Cezar Takeyoshi Ikehara, 50, is a long way from his Brazilian jiu-jitsu school in Dubai.
He is at an orphanage on the outskirts of Harare, the Zimbabwean capital, but is totally at home.
Mr Ikehara’s academy in Motor City has a Zen vibe and is an oasis of calm. The floor is lined with white mats, the walls with Japanese paintings and there are potted plants throughout.
In Harare he is using old judo mats laid out on a football pitch, surrounded by uncut grass and bordered by rusty, net-less goalposts.
In Dubai he trains bankers, investors, computer programmers and traders. In Harare he is training orphans, many of them left parentless by the HIV epidemic that has swept the country.
“Jiu-jitsu is amazing,” says Mr Ikehara, a Brazilian who has called the Emirates home for the last eight years.
“Look how happy the kids are and look at how it connects us.”
A ticket out
Mr Ikehara, a black belt and former world champion, has come to Zimbabwe with the sole purpose of using jiu-jitsu to empower orphans.
“This has brought me back twenty years,” says Mr Ikehara who, before moving to the Emirates, used to run a charity project in his native Brazil, teaching jiu-jitsu in the favelas.
“Today kids from that project are teaching and competing all over the world,” he says.
“When I teach the kids, I tell them a black belt is a passport to the world, they can go anywhere.”
Mr Ikehara first moved to the Emirates to train the nation’s military, but it is clear his gift is in connecting with children. Boys and girls, ranging in age from 4 to 19, crowd around him and hang on his every word. Even though many don’t speak English they are drawn by his enthusiasm and passion.
“I give my heart to teach you,” Mr Ikehara says at one of the sessions.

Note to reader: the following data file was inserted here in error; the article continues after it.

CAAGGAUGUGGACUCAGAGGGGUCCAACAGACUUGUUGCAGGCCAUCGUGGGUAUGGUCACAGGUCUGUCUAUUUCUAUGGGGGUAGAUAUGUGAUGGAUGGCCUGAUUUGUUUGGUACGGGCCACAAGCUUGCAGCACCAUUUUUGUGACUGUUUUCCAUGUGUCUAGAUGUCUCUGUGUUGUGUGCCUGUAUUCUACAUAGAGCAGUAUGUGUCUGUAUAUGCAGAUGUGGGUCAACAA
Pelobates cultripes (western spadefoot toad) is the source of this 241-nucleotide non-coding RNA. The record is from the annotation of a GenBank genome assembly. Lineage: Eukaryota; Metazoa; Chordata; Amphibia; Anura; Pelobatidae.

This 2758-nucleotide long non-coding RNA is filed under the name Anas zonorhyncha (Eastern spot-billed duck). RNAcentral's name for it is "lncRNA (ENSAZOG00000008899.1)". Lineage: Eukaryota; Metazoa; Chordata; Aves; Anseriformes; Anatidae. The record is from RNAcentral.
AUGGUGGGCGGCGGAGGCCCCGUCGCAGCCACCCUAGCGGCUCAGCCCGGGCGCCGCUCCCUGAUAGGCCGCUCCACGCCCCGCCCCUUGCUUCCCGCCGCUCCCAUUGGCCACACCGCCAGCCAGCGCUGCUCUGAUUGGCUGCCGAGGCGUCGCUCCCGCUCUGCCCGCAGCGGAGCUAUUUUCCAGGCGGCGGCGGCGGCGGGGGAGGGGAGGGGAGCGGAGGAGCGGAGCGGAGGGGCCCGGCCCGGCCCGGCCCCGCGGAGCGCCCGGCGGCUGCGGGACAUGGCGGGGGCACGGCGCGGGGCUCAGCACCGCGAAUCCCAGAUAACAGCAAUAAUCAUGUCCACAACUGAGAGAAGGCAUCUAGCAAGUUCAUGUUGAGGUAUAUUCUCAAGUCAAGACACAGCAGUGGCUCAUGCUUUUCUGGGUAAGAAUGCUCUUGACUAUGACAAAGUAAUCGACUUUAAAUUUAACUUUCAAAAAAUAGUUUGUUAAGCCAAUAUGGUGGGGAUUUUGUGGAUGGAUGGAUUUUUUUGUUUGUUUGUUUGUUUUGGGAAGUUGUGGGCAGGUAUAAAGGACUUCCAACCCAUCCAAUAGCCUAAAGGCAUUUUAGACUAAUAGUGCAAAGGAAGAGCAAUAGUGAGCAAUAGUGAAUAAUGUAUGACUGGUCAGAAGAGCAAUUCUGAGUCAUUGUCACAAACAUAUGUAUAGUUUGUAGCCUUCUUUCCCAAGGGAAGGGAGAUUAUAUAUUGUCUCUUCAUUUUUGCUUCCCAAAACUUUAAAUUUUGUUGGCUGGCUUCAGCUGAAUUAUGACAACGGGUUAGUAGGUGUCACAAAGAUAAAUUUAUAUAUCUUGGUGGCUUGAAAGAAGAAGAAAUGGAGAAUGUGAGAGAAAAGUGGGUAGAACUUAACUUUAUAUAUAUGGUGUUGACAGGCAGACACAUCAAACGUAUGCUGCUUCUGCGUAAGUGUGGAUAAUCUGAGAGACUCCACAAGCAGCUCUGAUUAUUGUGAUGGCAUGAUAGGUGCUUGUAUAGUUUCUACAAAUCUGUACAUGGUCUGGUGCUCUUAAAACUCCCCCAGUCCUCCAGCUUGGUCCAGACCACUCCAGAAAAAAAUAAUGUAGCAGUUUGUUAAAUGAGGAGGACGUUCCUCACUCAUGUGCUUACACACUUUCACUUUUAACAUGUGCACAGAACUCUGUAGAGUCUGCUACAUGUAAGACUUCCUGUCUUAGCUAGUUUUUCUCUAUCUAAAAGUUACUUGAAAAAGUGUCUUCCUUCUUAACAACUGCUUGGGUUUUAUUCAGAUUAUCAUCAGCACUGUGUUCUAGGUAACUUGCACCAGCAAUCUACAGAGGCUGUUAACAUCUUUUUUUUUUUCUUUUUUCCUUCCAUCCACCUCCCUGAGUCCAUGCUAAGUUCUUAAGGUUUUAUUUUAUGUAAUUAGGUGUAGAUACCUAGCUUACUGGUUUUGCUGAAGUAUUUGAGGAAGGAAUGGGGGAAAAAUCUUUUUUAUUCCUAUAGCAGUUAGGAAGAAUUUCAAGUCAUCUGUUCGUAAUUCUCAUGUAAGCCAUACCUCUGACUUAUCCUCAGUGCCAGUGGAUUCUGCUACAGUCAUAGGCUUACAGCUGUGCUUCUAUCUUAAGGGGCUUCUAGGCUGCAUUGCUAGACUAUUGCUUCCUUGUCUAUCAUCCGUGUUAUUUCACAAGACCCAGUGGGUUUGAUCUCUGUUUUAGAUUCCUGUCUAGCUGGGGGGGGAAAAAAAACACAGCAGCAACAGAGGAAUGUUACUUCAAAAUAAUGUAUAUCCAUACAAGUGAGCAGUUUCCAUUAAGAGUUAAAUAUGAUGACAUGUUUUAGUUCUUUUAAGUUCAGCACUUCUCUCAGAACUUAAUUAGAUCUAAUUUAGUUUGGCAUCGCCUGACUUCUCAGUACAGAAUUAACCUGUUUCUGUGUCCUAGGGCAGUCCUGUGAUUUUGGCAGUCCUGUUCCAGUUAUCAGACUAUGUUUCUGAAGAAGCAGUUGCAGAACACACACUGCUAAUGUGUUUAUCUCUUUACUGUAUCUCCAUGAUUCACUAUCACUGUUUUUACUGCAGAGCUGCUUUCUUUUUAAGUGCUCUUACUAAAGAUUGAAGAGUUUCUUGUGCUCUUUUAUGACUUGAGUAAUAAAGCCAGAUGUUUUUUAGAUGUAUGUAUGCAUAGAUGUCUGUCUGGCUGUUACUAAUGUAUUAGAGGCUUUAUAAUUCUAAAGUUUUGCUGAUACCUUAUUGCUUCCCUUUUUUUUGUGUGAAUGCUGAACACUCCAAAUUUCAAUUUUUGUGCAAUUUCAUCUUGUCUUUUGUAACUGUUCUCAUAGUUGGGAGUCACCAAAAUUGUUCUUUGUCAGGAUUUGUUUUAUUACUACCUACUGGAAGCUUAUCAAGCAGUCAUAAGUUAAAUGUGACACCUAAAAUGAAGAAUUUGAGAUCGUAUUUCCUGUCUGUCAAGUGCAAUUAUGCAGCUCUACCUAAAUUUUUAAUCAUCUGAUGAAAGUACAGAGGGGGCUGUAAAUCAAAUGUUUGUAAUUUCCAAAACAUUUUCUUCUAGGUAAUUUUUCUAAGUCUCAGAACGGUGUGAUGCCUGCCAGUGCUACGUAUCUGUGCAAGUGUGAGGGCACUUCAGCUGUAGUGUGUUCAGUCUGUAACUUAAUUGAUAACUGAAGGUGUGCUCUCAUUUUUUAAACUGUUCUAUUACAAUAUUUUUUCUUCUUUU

“I promise you I will do my best to keep coming back.
“We [jiu-jitsu] are a family. We teach discipline, respect and community. We all help each other.”
Finding a better path
In Brazil Mr Ikehara helped steer children away from a life of crime. In the favelas drugs, gangs and violence are a way of life. He saw how jiu-jitsu could give children purpose, resilience, opportunity and community.
While Zimbabwe doesn’t have the same gang and crime problems that Brazil has, the southern African country does have its own difficulties. More than a quarter of all children under 18 in Zimbabwe aren’t living with either parent, most of them have been abandoned or orphaned, figures compiled by Unicef show.
Many of those orphaned have lost parents to Aids. Zimbabwe has an HIV infection rate of about 12 per cent, one of the highest in the world.
To start his sessions Mr Ikehara picks the smallest child and asks them to perform the ‘balloon sweep’, a move in which they have to throw the 85kg Brazilian over their shoulders and into a forward roll. He calls it the ‘superhero’; it builds immediate trust and breaks the ice. The children clap as Mr Ikehara falls to the mat, slapping his hand down loudly as he breaks his fall.
A broad smile crosses his face. “With jiu-jitsu anything is possible," he says.
"What is so perfect about it is that it engages the body and the mind. Whenever I am stressed, I do jiu-jitsu, it is my Prozac.”
A way out of grief
Mr Ikehara knows the healing power of jiu-jitsu after it helped him to cope with the death of his son.
“I was happy in Brazil, I had my own academy, my own house and never thought about leaving.”
When his son died, aged 13, he stopped jiu-jitsu for a year and became depressed. When he returned to the sport, he found it helped with the pain. It was also the death of his son that led to him leaving Brazil and ultimately ending up visiting Zimbabwe.
“I know jiu-jitsu can help,” he says, “It helped me.”
While Mr Ikehara is only in Zimbabwe for a week, he spends time training local teachers so they can carry on his work after he has left. His dream is to build a non-profit school in Harare where disadvantaged children can train for free.
“The next world champion could come from Zimbabwe,” he says, “There is so much enthusiasm here, it’s incredible.”